Reasons for staging work on the street[edit]

Performance artists with an interest in social activism may choose to stage their work on the street as a means of directly confronting or engaging the public. For example, multimedia artist Caeser Pink and his group of performers known as The Imperial Orgy staged a piece titled Our Daily Bread[3] that brought performers onto the streets of the New York's financial district to ceremoniously lay loaves of Wonder Bread along the sidewalks, each with an advertisement from Satan offering to buy people's souls in exchange for material possessions. The performance caused an uproar when police were called out and bomb-sniffing dogs were brought in to inspect the loaves of bread for explosives.

Other artists consider a paying, theatre-going public to be unrepresentative of the public to whom they are trying to communicate, and performing to 'the man on the street' may be considered a more democratic form of dissemination.

Some contemporary street theatre practitioners have extensively studied pre-existing street and popular theatre traditions, such as Carnival, commedia dell'arte etc. and wish to present them in a situation close to their original context.

Whatever the reason for choosing the street, the street is a place with a different set of possibilities than the conventional theatre space. Sue Gill of Welfare State International argues that a street theatre performance is not a lesser form than an indoor performance, nor is it simply taking what you do on stage and placing it outdoors, but a form with an energy and an integrity of its own.[4]

A street play (nukkad natak) in Dharavi slums in Mumbai

Many companies are politically motivated and use street theatre to combine performance with protest. This has occurred through the guerrilla theatre of San Francisco Mime Troupe,[5] The Living Theatre, the carnivalesque parades of Bread and Puppet Theatre, and the work of Ashesh Malla and the Sarwanam Theatre Group of Nepal.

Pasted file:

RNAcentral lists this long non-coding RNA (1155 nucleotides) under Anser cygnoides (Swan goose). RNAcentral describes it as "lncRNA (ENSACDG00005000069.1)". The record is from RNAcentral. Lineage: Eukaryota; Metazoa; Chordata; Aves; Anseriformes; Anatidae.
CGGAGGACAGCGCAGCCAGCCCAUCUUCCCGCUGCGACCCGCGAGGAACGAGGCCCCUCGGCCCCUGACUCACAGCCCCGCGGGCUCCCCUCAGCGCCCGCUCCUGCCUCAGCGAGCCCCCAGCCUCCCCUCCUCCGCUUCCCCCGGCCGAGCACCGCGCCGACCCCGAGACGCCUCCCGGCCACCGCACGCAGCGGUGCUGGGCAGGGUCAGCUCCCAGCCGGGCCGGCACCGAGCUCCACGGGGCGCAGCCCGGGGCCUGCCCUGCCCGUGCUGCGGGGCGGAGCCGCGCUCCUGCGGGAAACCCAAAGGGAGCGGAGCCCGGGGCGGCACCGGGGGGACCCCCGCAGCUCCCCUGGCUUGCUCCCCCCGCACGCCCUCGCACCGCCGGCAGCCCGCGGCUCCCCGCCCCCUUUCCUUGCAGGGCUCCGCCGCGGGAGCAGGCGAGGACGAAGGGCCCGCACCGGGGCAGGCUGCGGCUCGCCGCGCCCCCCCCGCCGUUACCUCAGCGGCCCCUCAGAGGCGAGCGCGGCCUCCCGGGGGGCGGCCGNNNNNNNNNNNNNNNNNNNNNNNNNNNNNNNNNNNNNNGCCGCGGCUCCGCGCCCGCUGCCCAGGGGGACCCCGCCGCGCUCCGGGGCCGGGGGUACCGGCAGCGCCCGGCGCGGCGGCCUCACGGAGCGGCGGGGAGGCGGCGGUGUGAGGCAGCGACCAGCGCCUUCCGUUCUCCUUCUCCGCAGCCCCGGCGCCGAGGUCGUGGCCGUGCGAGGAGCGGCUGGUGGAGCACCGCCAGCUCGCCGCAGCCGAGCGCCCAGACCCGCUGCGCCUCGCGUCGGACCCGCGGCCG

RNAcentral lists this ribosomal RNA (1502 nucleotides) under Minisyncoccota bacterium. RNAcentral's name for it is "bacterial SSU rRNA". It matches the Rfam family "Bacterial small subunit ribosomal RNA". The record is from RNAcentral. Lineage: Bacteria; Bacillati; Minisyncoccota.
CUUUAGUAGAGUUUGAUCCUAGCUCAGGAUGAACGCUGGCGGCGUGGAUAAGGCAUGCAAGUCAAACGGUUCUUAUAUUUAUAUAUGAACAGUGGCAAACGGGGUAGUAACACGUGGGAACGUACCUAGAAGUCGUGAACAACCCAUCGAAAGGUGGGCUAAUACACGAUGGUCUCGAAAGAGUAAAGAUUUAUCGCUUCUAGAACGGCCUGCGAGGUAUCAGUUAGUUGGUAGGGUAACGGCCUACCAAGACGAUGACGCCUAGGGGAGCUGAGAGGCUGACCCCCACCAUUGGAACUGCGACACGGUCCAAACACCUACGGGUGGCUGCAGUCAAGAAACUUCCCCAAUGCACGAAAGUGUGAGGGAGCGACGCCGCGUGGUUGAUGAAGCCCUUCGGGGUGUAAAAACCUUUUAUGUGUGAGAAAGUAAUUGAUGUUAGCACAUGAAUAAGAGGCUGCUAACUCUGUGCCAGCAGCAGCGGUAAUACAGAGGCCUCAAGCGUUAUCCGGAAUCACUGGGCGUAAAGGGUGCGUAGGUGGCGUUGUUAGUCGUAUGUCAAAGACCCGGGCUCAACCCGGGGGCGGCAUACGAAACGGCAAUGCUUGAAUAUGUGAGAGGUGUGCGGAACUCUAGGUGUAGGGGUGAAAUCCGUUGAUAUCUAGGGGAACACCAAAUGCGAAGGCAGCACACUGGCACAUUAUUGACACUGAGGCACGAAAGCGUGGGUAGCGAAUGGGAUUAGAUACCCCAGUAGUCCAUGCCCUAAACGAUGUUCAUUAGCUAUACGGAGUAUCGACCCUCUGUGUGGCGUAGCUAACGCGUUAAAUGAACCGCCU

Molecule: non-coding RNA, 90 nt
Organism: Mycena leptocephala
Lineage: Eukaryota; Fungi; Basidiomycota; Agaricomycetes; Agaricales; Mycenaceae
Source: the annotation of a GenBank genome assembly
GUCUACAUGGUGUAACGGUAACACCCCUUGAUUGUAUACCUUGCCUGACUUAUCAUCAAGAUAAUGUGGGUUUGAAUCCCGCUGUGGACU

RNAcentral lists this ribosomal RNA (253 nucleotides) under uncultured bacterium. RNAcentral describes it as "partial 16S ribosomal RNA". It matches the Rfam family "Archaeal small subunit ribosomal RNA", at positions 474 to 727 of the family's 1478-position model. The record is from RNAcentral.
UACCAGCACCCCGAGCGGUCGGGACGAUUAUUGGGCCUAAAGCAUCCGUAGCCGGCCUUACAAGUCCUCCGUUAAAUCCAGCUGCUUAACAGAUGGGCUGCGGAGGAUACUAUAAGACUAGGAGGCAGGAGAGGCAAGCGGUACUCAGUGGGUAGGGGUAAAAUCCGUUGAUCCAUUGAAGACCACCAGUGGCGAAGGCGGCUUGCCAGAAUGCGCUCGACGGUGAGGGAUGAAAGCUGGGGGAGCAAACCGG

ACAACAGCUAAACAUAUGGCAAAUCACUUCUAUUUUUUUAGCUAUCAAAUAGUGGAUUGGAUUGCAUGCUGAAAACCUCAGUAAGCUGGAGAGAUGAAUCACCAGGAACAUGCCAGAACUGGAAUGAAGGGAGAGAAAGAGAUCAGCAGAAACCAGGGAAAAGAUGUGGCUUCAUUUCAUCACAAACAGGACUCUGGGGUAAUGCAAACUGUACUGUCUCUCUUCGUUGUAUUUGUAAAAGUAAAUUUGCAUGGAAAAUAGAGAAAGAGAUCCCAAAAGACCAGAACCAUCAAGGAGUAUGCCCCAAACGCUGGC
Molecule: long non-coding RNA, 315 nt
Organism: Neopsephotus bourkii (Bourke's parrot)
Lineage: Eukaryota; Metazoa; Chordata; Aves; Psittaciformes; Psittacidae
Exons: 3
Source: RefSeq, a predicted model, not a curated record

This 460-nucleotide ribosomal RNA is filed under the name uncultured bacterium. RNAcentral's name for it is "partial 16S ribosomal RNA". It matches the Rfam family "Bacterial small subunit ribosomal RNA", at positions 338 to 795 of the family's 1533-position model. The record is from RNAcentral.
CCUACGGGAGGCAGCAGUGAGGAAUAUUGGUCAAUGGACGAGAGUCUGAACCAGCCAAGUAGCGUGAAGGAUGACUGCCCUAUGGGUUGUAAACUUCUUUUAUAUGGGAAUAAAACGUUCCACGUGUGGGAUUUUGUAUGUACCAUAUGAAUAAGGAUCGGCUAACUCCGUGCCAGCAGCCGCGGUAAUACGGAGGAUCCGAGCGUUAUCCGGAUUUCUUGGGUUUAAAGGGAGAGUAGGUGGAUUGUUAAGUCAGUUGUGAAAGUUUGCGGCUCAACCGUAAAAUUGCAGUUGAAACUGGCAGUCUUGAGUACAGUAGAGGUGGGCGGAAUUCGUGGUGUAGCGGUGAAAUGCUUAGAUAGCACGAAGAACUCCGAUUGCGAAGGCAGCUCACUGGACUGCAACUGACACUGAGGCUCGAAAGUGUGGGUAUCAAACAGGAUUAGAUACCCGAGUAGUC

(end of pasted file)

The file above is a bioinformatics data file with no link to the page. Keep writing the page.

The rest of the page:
A character-based street theatre which developed in the 1960s and 1970s was developed by groups like Lumiere and Son, John Bull Puncture Repair Kit, Exploded Eye and Natural Theatre Company. The performances were unannounced and featured characters who acted out a pre-arranged scenario, looking beautiful or surreal or simply just involving passers by in conversation. They did not seek to trick in a Candid Camera way, but rather invited the audience to pretend along with them. No amount of planning or rehearsal could dictate what would happen.

Another example would be Natural Theatre's Pink Suitcase scenario. A number of smartly dressed people carrying bright pink suitcases enter a set of streets or buildings. They search for and miss their companions. In their search they get on buses, hail cabs, end up in shop windows, etc. By the time they meet up at a pre-arranged spot with the help of passers-by, perceptions of the area have changed and shopping has ceased for at least a few moments. The humour is universal and this piece has been seen in nearly seventy countries. It is usually performed by four or five actors, but has been done with twenty-five.